Prune juice is an age-old remedy for constipation, but is there any merit in using it for constipation-predominant IBS? Prunes, now officially called dried plums, are an excellent source of fiber that can help maintain bowel regularity. But are prune products right for you?
A 2008 study reported in the Korean Journal of Community Nutrition found that participants supplementing with prunes and prune juice had an increased number of bowel movements, a decrease in defecation time, a change to a softer stool consistency, and a decrease in abdominal pain during defecation. In addition, the study reported that supplementation with prune products is effective in providing energy, dietary fiber, and water, as well as relieving constipation symptoms for constipated adults.
One reason for this improvement is the fiber in prunes. Prunes are a rich source of dietary fiber, containing about 7 grams per 100 grams of fruit. About 80 percent of the fiber in prunes is soluble fiber. Another reason for this bowel improvement can be attributed to the high levels of sorbitol in prunes. Sorbitol is a high-FODMAP sugar polyol that is typically avoided on low-FODMAP diets primarily because of its laxative effects.
However, a study published in Alimentary Pharmacology and Therapeutics reported that prune consumption was more effective at treating constipation than supplementing with high-fiber psyllium husks. The study also notes that for people with constipation, prunes may help to increase the frequency of bowel movements and improve the consistency of the stool. Another study in Alimentary Pharmacology and Therapeutics concluded that dried plums should be used as a first-line therapy for constipation.
Prunes are rich in antioxidants called polyphenols that may prevent cell mutation and reduce cancer cell formation. The polyphenol content of prunes exceeds other dried fruits, such as dates, figs, and raisins. Research reported in Critical Reviews in Food Science and Nutrition found that dried plums and their products (such as prune juice) may have other beneficial health effects when consumed regularly. For example, prune products not only can prevent constipation but may also prevent colon cancer.
In addition, the nutrients in prunes increase satiety, thereby reducing the subsequent intake of food and helping to control obesity, diabetes, and related cardiovascular diseases. The phenolic compounds and their metabolites found in prunes may also act as antibacterial agents in the gastrointestinal tract.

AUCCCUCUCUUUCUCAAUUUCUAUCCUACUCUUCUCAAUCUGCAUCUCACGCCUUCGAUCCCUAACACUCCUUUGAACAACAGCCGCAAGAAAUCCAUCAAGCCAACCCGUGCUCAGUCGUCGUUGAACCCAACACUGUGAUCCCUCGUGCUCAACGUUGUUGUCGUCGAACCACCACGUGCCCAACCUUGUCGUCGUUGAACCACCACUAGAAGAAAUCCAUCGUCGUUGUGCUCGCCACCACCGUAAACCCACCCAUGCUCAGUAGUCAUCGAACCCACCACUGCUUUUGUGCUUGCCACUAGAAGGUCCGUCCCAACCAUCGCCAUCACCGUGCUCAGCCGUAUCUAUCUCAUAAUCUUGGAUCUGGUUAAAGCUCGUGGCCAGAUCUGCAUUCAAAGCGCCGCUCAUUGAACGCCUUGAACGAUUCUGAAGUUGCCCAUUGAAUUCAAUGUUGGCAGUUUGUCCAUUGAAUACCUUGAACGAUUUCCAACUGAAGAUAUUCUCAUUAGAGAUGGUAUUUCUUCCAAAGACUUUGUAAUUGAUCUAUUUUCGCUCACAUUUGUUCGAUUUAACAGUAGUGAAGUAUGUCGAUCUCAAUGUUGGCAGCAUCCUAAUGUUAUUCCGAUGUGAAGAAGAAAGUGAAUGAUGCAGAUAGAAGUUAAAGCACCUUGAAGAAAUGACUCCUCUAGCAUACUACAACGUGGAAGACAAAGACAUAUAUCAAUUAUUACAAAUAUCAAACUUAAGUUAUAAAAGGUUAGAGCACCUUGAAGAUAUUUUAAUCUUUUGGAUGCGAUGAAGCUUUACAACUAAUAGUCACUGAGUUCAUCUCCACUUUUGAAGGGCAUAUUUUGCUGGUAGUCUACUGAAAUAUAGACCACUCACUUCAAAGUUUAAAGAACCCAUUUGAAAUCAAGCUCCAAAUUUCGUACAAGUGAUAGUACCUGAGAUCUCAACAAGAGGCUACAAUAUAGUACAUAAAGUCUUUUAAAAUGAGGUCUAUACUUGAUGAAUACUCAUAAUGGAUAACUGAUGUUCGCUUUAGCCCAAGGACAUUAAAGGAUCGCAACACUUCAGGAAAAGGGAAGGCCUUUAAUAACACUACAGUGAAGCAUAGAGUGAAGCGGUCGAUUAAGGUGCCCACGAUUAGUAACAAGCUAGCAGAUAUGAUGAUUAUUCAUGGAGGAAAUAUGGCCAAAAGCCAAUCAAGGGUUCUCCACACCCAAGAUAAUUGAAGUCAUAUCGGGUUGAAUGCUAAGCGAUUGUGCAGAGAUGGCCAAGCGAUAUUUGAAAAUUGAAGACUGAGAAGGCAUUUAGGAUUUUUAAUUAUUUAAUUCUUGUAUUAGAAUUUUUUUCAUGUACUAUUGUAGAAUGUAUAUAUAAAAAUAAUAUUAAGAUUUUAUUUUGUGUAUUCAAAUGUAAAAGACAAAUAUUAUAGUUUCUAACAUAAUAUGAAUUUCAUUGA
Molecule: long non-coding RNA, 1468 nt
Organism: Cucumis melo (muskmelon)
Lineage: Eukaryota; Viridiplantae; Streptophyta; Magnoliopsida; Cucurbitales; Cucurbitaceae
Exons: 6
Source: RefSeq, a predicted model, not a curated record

Although prune juice doesn't have the same high fiber content as dried prunes because it is typically filtered, both prunes and prune juice have laxative effects because of their high sorbitol content. Dried plum products are also rich in boron (which strengthens bones and muscles and can help prevent osteoporosis), iron, and potassium. In addition, prunes are rich in several key vitamins (A, K, B6, niacin, and riboflavin) and other minerals (calcium, copper, magnesium, manganese, and zinc).
If you want to try prune juice to relieve your constipation, start slowly. Begin by having about 2 ounces, or 1/4 to 1/3 cup, of prune juice (preferably organic, unfiltered juice made from whole prunes rather than concentrate and with no added sugars or other ingredients) in the morning or before bedtime to see how it affects you. Follow it with a large glass (at least 8 ounces) of water. Try this amount once a day or every other day, if the daily effects are too strong. Some people find prune juice to be more palatable if it's ice cold or served over ice. Others find it more enjoyable if it's served as a hot or warm beverage. You could also try mixing your dose of prune juice with water or another beverage, if you prefer.
Adjust the amount of prune juice as necessary for your particular needs, but don't overdo it or you could end up with diarrhea, gas, and cramping instead of relief. Although you can gradually increase your intake to 1/2 to 1 cup maximum per day if necessary, the smaller dose (1/4 cup per day or every other day) may be more than sufficient to relieve your symptoms. Because sorbitol has osmotic effects, which means it pulls extra water into the intestine, be sure to always have additional water before or after you drink the juice as well as throughout the day.
Always proceed with caution when adding prune products to your diet if you have IBS-C. However, if you're seeking a completely natural, non-habit-forming solution to chronic constipation, especially when other approaches (such as diet or fiber supplements) haven't helped, you might want to consider supplementing with small amounts of prune juice.
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